With advances in breast reconstruction surgery, about one-third of women undergoing breast removal have one or both of their breasts rebuilt. Breast reconstruction involves creating a breast mound that comes as close as possible to the form and appearance of the woman’s natural breast.
The goal of reconstruction surgery is to create a breast mound that matches the opposite breast and to achieve symmetry. If both breasts have been removed during cancer surgery, the goal of breast reconstructive surgery is to create both breast mounds approximately the size of the patient’s natural breasts.
Prior to undergoing breast cancer surgery, the patient will talk to her doctor about whether to undergo reconstruction surgery and when it is most appropriate.
- Immediate reconstruction – Reconstruction surgery performed at the same time as the mastectomy.
- Delayed reconstruction – Reconstruction surgery performed after recovery from the mastectomy is complete. If chemotherapy is part of the treatment protocol, the surgeon may recommend delayed reconstruction.
In general, all women undergoing a mastectomy are candidates for immediate or delayed breast reconstruction, but certain factors may prevent reconstruction, including:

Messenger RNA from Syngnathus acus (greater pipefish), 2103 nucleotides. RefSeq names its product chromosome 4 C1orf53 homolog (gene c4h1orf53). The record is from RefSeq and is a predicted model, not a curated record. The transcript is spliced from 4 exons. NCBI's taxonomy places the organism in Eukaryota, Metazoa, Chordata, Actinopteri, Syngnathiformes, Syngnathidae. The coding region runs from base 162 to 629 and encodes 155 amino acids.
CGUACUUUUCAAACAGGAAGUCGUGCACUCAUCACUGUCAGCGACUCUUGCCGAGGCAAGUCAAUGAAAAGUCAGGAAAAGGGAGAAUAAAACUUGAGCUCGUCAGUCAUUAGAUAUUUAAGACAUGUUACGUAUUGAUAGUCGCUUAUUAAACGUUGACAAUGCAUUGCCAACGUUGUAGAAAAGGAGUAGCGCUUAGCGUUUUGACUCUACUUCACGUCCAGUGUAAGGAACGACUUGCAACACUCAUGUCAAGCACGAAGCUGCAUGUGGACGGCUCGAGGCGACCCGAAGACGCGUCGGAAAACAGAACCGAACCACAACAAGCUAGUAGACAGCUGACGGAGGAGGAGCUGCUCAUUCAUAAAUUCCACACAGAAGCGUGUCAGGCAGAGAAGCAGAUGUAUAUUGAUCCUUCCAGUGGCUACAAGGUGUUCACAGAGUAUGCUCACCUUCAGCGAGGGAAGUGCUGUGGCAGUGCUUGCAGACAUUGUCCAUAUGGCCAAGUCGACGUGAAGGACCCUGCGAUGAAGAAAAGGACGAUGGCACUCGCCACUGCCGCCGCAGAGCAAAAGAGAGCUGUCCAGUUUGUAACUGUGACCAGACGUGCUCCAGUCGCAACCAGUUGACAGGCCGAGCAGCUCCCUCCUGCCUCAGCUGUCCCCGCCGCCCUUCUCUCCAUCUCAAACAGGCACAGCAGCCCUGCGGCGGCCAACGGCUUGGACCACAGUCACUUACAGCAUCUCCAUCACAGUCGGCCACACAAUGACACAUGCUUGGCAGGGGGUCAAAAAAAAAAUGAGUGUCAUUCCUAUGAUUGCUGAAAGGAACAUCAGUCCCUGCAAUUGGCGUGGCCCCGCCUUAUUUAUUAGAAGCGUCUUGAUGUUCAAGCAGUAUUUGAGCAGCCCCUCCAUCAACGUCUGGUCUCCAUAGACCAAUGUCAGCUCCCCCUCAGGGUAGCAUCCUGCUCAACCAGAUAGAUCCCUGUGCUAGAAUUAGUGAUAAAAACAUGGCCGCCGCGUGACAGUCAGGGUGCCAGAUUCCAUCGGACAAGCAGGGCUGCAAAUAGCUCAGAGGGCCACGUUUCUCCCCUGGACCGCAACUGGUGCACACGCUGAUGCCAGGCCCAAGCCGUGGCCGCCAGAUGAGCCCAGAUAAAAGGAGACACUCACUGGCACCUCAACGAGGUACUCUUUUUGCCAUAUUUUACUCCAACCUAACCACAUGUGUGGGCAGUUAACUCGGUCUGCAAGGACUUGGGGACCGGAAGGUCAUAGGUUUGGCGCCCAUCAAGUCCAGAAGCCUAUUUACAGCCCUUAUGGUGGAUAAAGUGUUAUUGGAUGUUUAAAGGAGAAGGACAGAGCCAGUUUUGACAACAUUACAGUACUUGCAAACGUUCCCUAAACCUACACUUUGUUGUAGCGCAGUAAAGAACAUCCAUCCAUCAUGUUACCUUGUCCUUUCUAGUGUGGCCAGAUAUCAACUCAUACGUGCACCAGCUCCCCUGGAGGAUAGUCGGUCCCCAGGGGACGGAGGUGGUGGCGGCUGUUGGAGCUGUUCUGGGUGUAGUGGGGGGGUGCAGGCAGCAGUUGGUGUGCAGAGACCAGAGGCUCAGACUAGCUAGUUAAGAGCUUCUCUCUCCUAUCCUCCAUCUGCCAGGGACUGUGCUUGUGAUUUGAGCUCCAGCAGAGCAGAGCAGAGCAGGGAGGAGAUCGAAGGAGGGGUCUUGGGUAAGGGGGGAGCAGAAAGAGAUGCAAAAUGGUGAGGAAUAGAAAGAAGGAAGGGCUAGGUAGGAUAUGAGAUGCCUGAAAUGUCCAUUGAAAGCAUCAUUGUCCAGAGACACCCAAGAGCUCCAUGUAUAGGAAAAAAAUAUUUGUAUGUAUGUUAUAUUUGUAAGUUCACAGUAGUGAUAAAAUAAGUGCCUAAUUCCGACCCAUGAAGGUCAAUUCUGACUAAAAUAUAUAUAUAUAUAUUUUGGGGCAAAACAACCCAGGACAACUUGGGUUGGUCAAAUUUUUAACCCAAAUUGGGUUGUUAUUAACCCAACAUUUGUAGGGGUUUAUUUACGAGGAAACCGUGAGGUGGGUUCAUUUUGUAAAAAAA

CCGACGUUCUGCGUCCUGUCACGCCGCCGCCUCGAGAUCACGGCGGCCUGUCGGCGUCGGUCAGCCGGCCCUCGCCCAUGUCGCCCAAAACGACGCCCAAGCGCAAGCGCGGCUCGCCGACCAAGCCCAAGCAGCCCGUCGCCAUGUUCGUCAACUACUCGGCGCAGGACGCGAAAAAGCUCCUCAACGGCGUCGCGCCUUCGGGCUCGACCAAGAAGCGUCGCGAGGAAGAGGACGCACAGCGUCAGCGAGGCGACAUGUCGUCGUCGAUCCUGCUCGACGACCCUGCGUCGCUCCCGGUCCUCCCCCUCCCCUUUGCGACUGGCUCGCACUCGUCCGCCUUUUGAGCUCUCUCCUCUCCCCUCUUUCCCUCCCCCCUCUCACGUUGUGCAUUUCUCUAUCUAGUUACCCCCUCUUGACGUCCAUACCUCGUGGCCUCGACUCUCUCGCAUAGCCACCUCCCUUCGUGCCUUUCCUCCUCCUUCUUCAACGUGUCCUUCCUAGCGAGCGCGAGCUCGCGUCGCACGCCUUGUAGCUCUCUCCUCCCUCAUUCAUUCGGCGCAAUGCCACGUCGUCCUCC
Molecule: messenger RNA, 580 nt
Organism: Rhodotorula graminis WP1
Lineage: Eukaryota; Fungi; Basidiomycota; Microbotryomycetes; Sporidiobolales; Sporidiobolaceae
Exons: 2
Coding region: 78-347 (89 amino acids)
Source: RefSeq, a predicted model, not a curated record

- The size and location of the cancer
- Whether breast tissue has been damaged by radiation therapy or age and is not healthy enough to withstand surgery
- Past medical history
- Co-existing illnesses
Types of Breast Reconstruction Surgery
The two most effective approaches available for both monolateral (one breast) and bilateral (both breasts) reconstruction surgery includes:
- Expander/implant reconstruction – The use of an expander to create a breast mound followed by placement of a permanently filled breast implant
- Autologous tissue reconstruction – The use of the patient’s own tissue to reconstruct a new breast mound